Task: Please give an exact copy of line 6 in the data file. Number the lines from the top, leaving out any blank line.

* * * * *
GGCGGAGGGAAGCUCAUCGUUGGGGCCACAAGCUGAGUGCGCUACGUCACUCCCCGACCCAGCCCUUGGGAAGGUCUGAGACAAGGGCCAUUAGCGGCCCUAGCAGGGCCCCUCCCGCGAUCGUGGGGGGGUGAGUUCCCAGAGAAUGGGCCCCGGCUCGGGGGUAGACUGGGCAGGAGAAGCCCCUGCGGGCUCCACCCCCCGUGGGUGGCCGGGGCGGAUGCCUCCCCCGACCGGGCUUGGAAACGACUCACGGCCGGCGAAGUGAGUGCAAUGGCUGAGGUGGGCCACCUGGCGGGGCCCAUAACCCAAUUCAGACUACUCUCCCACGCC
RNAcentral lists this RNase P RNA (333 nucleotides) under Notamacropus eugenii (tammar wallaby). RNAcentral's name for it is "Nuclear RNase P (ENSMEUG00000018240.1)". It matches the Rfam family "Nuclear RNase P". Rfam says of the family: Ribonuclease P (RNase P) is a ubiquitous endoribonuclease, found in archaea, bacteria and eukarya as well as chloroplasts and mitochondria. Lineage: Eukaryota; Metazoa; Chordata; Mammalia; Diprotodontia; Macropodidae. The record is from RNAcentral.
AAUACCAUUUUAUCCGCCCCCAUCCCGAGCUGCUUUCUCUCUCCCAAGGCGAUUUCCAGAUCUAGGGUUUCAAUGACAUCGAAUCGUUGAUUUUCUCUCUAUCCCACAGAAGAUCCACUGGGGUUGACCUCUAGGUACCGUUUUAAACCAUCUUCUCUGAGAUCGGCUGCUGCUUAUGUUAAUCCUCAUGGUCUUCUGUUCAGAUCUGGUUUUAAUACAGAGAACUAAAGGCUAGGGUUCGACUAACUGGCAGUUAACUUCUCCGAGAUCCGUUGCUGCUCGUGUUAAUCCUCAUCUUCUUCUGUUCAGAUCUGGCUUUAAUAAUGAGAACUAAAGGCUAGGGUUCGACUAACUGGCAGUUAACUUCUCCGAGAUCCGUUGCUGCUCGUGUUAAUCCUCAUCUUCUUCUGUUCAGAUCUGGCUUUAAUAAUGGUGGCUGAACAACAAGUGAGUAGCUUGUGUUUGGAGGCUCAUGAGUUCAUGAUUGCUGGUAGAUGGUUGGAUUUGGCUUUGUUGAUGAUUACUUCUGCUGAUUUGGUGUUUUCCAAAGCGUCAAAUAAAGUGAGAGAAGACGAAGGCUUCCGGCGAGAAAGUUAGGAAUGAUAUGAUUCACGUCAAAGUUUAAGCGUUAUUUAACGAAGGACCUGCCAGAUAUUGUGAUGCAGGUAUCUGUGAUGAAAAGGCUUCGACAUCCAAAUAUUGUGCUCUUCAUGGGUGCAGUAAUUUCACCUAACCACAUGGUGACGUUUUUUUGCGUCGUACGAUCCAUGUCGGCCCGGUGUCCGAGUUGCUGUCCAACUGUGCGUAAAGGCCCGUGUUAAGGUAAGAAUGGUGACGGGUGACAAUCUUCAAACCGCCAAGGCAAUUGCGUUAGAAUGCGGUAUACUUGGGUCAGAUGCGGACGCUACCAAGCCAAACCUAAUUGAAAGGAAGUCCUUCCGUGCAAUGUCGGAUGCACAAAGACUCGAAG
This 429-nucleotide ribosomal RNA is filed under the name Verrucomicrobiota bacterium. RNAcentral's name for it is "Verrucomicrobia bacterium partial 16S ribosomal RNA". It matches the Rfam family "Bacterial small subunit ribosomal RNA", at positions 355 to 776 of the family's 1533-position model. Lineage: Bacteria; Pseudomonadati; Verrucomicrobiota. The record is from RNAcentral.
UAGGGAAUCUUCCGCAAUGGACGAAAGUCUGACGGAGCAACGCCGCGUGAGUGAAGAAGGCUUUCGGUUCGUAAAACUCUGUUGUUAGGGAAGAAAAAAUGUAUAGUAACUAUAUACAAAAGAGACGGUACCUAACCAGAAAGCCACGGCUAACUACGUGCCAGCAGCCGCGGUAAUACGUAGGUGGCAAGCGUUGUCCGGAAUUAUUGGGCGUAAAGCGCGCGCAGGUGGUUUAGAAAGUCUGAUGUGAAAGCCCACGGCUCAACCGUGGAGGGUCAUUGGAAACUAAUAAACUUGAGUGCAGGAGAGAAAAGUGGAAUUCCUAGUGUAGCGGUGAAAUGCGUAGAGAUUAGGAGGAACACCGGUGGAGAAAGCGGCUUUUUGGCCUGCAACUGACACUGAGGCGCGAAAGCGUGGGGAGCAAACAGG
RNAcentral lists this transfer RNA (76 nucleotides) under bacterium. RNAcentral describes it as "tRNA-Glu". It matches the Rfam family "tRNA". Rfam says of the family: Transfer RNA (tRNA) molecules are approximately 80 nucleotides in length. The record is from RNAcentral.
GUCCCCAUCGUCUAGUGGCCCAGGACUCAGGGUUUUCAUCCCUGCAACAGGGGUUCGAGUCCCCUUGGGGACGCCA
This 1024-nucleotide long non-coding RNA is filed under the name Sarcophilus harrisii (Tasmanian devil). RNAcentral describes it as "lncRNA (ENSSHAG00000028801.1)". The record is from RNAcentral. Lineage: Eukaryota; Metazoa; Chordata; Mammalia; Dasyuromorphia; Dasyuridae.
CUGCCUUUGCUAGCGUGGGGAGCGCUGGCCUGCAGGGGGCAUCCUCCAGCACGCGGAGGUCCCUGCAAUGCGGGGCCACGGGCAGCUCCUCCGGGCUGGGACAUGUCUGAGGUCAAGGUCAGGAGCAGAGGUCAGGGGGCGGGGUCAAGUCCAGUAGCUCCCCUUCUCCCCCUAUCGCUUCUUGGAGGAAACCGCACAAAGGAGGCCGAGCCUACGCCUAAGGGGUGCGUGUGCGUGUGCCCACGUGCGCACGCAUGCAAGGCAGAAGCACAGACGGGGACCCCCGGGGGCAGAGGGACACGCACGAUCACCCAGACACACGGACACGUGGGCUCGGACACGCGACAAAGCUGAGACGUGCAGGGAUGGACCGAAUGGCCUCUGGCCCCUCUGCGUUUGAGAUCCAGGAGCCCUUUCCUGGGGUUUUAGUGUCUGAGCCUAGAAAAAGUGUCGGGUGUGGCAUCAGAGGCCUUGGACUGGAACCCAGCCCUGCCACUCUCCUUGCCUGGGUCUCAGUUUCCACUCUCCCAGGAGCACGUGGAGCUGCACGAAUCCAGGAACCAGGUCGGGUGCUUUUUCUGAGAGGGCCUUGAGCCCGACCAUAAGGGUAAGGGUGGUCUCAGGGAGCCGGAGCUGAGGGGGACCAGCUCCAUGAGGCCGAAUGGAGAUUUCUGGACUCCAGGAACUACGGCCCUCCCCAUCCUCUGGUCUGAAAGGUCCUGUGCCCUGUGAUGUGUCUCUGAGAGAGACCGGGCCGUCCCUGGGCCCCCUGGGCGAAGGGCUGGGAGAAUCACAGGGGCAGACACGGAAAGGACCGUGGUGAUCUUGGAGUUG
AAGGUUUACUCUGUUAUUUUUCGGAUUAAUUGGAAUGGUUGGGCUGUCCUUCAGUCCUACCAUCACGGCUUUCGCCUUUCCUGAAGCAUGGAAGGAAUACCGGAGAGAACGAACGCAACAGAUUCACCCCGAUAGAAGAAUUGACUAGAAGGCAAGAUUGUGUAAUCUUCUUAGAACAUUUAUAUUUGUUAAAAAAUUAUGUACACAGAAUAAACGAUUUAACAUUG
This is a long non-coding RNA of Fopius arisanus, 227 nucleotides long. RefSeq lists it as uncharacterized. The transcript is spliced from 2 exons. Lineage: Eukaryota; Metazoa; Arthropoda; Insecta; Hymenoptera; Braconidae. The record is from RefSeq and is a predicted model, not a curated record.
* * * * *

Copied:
RNAcentral lists this transfer RNA (76 nucleotides) under bacterium. RNAcentral describes it as "tRNA-Glu". It matches the Rfam family "tRNA". Rfam says of the family: Transfer RNA (tRNA) molecules are approximately 80 nucleotides in length. The record is from RNAcentral.